the local void fraction is high near the walls and is lower
in the core region of upflow in a pipe. Liu (1993) also
found in the experiments of turbulent bubbly upflow in a
vertical channel that the void fraction has peaks near the
walls for the bubbles smaller than 56mm, while it has
a peak in the core of the channel for the bubbles larger
than 56mm. Lu & Tryggvason (2008) also showed in
their direct numerical simulations of turbulent bubbly
upflow in a vertical channel that nearly spherical bub
bles tend to concentrate on the nearwall regions, while
strongly deformable bubbles tend to be expelled from
the nearwall regions. They also showed that the turbu
lence structures are changed by the motions of bubbles.
The detailed mechanism of turbulence modulation due
to the bubbles, however, has not been fully clarified yet.
Some experimental studies have been conducted for
heattransfer enhancement by the injection of bubbles.
Tamari & Niishikawa (1975) showed in their experi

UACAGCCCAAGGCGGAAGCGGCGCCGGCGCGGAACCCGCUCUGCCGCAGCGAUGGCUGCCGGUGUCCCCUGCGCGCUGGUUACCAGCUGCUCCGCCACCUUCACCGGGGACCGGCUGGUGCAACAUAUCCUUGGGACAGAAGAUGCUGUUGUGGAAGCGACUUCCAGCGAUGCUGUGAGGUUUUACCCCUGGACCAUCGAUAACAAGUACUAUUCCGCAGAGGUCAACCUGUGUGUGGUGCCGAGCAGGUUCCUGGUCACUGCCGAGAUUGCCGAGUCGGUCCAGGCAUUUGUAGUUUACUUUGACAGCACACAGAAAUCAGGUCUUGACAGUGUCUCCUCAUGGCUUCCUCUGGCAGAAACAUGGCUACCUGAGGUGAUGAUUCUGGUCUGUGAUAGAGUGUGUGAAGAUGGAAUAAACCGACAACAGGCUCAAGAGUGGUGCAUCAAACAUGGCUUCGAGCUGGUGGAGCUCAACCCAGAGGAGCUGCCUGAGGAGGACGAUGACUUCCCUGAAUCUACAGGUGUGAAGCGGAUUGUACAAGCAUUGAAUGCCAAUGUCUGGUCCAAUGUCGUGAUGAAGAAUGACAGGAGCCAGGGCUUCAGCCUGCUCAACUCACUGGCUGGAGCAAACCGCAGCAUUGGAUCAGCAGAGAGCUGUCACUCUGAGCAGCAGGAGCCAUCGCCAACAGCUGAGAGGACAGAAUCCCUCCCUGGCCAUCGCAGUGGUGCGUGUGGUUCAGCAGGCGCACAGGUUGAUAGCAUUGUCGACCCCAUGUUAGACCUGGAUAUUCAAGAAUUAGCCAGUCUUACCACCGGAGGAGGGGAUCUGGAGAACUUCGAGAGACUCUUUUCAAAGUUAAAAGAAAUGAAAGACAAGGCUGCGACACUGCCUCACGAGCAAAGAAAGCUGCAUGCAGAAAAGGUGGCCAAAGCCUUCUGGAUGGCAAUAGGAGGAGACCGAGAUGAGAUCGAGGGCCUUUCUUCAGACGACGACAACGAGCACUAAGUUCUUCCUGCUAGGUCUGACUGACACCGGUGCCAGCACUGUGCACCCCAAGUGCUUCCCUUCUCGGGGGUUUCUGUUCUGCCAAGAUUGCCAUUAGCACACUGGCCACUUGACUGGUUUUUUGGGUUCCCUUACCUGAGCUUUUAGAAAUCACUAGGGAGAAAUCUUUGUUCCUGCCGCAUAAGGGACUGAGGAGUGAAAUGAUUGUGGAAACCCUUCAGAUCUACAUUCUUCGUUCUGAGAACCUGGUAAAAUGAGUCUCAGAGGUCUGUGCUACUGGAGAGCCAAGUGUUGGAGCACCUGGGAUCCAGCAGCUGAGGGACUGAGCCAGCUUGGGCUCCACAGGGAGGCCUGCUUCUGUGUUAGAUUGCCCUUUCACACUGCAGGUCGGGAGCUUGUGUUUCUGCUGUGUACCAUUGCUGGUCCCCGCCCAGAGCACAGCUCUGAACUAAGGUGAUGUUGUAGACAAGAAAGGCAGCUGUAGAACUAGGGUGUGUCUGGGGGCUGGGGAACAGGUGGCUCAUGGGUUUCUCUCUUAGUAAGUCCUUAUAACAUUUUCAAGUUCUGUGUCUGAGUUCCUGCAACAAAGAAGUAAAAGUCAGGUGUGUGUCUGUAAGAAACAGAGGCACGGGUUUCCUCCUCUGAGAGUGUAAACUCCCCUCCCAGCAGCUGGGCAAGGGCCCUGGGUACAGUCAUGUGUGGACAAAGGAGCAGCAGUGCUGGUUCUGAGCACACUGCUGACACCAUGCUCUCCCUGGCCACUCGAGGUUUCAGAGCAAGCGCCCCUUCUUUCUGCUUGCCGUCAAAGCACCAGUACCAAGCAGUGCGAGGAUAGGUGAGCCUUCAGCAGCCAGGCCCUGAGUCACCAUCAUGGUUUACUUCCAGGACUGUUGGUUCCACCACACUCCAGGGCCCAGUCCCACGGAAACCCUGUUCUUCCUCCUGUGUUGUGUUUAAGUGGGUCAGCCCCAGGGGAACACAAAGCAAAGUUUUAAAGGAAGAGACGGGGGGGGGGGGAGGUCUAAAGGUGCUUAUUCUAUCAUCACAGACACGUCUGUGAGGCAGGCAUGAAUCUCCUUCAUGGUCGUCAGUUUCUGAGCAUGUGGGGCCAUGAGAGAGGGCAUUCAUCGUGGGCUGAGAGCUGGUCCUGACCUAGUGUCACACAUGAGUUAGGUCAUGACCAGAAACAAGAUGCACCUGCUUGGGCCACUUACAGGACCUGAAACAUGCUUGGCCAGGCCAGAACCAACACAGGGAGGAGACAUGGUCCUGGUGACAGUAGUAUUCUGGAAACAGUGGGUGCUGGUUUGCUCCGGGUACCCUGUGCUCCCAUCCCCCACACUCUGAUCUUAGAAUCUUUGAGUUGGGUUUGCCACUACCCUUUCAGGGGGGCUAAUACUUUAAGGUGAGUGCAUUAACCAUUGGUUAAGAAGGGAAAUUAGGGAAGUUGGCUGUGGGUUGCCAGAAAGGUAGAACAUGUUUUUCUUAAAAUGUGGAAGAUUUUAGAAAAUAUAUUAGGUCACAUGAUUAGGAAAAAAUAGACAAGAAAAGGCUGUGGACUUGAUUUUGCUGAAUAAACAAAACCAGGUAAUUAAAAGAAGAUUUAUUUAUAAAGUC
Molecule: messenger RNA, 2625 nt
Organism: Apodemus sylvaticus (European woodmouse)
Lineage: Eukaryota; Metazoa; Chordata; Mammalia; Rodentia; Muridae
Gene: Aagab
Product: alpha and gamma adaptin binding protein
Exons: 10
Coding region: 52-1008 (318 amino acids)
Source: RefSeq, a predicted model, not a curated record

ments of laminar natural convection heat transfer in wa
ter that the heat transfer is enhanced by the injection of
air bubbles. The enhancement of heat transfer by bub
ble injection was studied further in detail by Tokuhiro &
Lykoudis (1994) and Kosige et al. (2006). However, the
mechanism of the heattransfer enhancement has not yet
been fully clarified especially in turbulent flows.
In the present study, direct numerical simulations have
been conducted for turbulent bubbly upflow between
two parallel heating walls in order to clarify its heat
transfer characteristics.
Direct Numerical Simulations
Configuration. Fig.l shows the spactial configuration
considered in the present study. The x, y and z axes
were assigned to the streamwise, wallnormal and span
wise directions, respectively. Here, we consider the sys
tem where two parallel walls are heated and the mean
temperature increases linearly in the streamwise direc
tion. The wall heat flux, q,, is determined so that the
energy of the system is conserved. The wall heat flux is
kept nearly constant after the turbulence reaches a steady
7th International Conference on Multiphase Flow,